In August of 2022, new rules were put into place for the Deferred Action for Childhood Arrivals (DACA) program. These changes seek to codify many of the current guidelines that were in place for the program in the past, but will also make some major reforms that could potentially have a big impact on the DREAMers who make use of the program.
How does DACA work?
The Deferred Action for Childhood Arrivals program was created in 2012 by the Obama Administration to provide temporary relief from deportation for certain immigrants who were brought to the US illegally as children.
The program grants temporary legal status to undocumented immigrants who came to the US as children and allows them to remain in the country. Under the new rules, In order to qualify for this program, you must fulfill the following requirements:
- You entered the US before turning 16 years old;
- You were younger than 31 years old on June 15th, 2012;
- You have completed your high school education or received a GED;
- You have lived in the US continuously since June 15, 2007;
- You have not been convicted of a felony offense, a significant misdemeanor offense, multiple misdemeanors, or otherwise pose a threat to national security or public safety; and
- You were either discharged from the United States Armed Forces, or are currently enrolled in school.
What Are the New Rules for DACA?
The August 2022 update to DACA brought some small but important changes that will impact the eligibility of many immigrants. Most notably, the program now explicitly excludes those who have received "expunged convictions, juvenile delinquency adjudications, and immigration-related offenses characterized as felonies or misdemeanors under State laws" from utilizing the benefits offered by DACA.
The new rules also establish that a work authorization permit received through the program will remain valid until the individual's DACA status is terminated. This is a welcome change for DACA applicants, who previously had to worry about their work permits expiring while waiting for their applications to be processed by the USCIS.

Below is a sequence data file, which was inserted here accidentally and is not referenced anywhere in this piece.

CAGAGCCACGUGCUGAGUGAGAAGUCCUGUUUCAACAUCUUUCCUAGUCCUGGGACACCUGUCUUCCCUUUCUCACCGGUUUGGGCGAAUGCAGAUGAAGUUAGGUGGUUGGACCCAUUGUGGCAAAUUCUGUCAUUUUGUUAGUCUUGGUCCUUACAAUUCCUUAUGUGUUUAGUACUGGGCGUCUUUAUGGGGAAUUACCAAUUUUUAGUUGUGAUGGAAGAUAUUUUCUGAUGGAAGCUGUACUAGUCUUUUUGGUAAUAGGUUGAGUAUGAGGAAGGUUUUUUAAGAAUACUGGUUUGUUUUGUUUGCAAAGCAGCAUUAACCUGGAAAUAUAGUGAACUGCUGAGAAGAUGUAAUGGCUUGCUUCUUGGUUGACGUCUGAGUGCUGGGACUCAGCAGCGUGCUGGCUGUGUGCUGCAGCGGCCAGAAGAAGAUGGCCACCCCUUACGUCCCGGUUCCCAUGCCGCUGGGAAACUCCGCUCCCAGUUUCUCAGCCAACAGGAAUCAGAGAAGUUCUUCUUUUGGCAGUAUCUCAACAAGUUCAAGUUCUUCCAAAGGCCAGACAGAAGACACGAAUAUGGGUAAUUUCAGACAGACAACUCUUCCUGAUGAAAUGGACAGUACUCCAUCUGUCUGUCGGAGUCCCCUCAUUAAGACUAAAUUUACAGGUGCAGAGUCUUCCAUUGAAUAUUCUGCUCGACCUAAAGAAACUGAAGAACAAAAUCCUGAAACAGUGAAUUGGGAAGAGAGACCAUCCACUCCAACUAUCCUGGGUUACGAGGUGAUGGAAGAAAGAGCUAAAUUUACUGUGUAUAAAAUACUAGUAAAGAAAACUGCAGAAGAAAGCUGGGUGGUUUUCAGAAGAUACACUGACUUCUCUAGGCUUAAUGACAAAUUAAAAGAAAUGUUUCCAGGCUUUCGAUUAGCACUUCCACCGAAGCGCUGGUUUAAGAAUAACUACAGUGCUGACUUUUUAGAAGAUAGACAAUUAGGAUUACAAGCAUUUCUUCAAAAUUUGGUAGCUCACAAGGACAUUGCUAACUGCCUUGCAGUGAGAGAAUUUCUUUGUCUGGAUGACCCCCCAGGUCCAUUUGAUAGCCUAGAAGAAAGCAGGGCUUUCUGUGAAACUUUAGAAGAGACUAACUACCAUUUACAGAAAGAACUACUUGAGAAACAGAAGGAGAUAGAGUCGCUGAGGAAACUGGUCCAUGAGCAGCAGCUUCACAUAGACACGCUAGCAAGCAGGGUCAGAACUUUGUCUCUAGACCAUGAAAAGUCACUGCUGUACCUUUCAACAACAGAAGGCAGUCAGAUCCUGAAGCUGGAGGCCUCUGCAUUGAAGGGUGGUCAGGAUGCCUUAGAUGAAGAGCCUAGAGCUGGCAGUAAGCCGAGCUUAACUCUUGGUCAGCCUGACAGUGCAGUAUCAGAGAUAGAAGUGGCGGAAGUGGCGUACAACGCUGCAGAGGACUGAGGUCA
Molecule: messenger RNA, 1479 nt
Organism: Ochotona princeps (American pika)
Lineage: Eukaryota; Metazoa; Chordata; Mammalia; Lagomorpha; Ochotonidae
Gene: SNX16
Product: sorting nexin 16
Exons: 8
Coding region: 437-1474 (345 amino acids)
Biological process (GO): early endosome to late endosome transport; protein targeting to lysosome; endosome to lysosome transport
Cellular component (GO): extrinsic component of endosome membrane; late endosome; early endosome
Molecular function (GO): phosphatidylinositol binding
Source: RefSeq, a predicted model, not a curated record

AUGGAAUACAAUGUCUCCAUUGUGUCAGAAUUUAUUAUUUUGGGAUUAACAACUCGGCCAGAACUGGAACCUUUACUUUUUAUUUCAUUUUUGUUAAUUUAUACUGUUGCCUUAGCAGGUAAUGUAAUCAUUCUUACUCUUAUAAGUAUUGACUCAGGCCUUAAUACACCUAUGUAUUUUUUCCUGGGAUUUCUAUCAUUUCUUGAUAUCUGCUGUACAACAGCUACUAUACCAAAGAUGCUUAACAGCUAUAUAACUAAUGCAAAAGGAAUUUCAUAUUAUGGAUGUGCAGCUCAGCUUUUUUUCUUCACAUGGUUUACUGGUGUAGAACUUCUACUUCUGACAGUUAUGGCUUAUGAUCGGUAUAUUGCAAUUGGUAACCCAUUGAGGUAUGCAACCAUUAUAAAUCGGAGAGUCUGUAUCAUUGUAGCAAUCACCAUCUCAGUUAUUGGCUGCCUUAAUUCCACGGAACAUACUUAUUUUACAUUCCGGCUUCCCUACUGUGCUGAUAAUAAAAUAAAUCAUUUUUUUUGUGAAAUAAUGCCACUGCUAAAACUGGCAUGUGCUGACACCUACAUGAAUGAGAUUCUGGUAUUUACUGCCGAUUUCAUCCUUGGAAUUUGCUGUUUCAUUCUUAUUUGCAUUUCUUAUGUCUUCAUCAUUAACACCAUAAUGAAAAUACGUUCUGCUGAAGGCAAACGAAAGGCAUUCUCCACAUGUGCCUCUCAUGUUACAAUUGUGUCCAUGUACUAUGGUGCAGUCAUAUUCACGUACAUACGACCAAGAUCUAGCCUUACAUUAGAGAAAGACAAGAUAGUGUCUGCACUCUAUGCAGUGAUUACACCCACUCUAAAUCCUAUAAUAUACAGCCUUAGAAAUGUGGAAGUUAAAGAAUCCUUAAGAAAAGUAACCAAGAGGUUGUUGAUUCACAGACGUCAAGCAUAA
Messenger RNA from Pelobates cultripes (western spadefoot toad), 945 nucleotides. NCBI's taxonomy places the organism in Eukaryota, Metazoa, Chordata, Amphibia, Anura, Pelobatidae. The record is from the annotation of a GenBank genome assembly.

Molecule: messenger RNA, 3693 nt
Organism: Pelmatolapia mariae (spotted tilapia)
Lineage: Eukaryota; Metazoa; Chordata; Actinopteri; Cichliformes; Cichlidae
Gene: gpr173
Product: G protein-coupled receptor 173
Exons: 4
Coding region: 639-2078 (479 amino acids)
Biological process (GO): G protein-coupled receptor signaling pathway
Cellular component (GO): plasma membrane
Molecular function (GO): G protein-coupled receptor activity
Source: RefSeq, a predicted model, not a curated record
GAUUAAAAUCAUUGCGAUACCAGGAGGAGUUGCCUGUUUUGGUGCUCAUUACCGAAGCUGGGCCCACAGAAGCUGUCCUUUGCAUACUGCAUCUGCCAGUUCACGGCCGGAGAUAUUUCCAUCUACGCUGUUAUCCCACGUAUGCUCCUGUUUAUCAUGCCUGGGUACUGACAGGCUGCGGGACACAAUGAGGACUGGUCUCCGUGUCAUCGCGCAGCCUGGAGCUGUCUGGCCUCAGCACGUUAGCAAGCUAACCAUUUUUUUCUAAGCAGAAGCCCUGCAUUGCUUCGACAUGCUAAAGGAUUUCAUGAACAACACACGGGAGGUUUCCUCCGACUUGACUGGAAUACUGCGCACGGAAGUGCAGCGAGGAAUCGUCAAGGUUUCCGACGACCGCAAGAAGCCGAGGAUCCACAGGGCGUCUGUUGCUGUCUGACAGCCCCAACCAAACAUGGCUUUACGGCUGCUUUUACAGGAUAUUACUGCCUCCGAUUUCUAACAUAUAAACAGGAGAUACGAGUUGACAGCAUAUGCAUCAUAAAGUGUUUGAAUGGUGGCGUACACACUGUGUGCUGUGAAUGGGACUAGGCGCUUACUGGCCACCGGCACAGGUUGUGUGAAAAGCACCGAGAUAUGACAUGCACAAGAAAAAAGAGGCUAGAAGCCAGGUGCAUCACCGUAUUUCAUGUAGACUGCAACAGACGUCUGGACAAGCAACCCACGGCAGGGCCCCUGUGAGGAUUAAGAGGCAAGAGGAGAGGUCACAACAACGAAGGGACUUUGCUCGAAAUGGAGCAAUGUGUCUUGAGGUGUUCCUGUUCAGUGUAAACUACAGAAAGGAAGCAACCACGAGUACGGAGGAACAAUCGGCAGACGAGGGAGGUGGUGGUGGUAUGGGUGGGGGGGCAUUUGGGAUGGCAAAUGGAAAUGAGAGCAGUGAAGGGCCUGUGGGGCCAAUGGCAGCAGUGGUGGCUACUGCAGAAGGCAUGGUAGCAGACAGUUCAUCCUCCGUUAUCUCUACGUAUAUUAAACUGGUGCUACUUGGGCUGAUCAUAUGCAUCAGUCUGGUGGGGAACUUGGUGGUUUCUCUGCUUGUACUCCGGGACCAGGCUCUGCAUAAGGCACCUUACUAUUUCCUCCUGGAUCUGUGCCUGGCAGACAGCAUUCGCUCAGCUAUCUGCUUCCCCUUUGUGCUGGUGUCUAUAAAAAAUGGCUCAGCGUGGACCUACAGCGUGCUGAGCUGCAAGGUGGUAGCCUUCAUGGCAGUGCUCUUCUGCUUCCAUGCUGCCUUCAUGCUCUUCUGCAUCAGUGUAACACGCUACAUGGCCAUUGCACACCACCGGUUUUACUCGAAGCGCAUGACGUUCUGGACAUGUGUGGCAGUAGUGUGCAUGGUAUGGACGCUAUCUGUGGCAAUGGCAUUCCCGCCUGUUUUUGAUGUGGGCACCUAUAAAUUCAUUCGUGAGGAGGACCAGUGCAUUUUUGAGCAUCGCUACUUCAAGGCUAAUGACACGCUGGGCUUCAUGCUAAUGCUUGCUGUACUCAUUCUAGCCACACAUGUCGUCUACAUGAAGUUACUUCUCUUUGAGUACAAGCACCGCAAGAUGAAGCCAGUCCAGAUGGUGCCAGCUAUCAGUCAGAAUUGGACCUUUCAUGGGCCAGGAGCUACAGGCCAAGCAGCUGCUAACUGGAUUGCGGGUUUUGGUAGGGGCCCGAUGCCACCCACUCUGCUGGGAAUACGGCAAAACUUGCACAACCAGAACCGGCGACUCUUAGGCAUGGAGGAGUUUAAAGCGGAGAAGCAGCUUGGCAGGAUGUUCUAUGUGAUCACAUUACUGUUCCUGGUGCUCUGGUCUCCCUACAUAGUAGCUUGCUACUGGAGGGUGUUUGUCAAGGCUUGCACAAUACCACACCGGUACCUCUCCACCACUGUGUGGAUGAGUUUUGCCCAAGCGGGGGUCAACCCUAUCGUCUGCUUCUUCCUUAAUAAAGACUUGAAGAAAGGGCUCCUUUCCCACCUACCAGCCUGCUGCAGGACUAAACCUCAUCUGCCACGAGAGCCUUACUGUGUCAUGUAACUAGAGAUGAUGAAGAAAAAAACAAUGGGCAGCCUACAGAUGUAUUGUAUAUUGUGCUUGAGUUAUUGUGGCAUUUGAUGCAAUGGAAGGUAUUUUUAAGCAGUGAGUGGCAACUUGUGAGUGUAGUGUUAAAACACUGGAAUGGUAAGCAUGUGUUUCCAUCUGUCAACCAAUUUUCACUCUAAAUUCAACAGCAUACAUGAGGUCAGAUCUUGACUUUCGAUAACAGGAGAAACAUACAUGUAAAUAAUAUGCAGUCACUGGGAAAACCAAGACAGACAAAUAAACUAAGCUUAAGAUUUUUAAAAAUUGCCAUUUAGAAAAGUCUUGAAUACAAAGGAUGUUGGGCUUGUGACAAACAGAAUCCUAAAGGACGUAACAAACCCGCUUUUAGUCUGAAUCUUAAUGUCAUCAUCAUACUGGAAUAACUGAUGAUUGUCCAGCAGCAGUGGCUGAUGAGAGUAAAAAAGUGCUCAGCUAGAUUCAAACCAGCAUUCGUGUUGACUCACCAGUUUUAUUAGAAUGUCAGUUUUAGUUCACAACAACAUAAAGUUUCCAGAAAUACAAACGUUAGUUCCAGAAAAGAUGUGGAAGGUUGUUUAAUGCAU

Unfortunately, one of the changes that did not make the cut was a provision that would have expanded eligibility for the program by moving the required entry date forward, so that younger immigrants could be accepted into the program. As of yet, the entry date remains unchanged from DACA's original iteration.
It is important to note that unfortunately, a district court in Texas issued an injunction in July 2021 that prohibits DHS from granting initial DACA requests. As a result, DHS is not adjudicating any initial DACA applications. As of September 9, 2022, DHS can continue to grant DACA renewal applications because the court injunction was partially stayed from implementation. However, the fifth circuit is currently considering the case on appeal and its ruling could negatively affect the DACA program and DACA recipients.
While the Biden Administration updates are a step in the right direction, and help DACA recipients by making several areas of the law surrounding the program more clear, they fail to expand the program to include younger immigrants who have resided in the country ever since its original 2012 inception.
As of now close to 800,000 DACA recipients have been able to contribute to our economy, buy homes and start their own businesses. Although this is a great temporary solution, it is not enough because DACA recipients are in constant fear of this program ending. We need to push Congress to provide a permanent solution to allow these DACA recipients a path to citizenship.
If you're in need of any further assistance in your immigration application, or for more information, contact Pollak, PLLC today to schedule your consultation.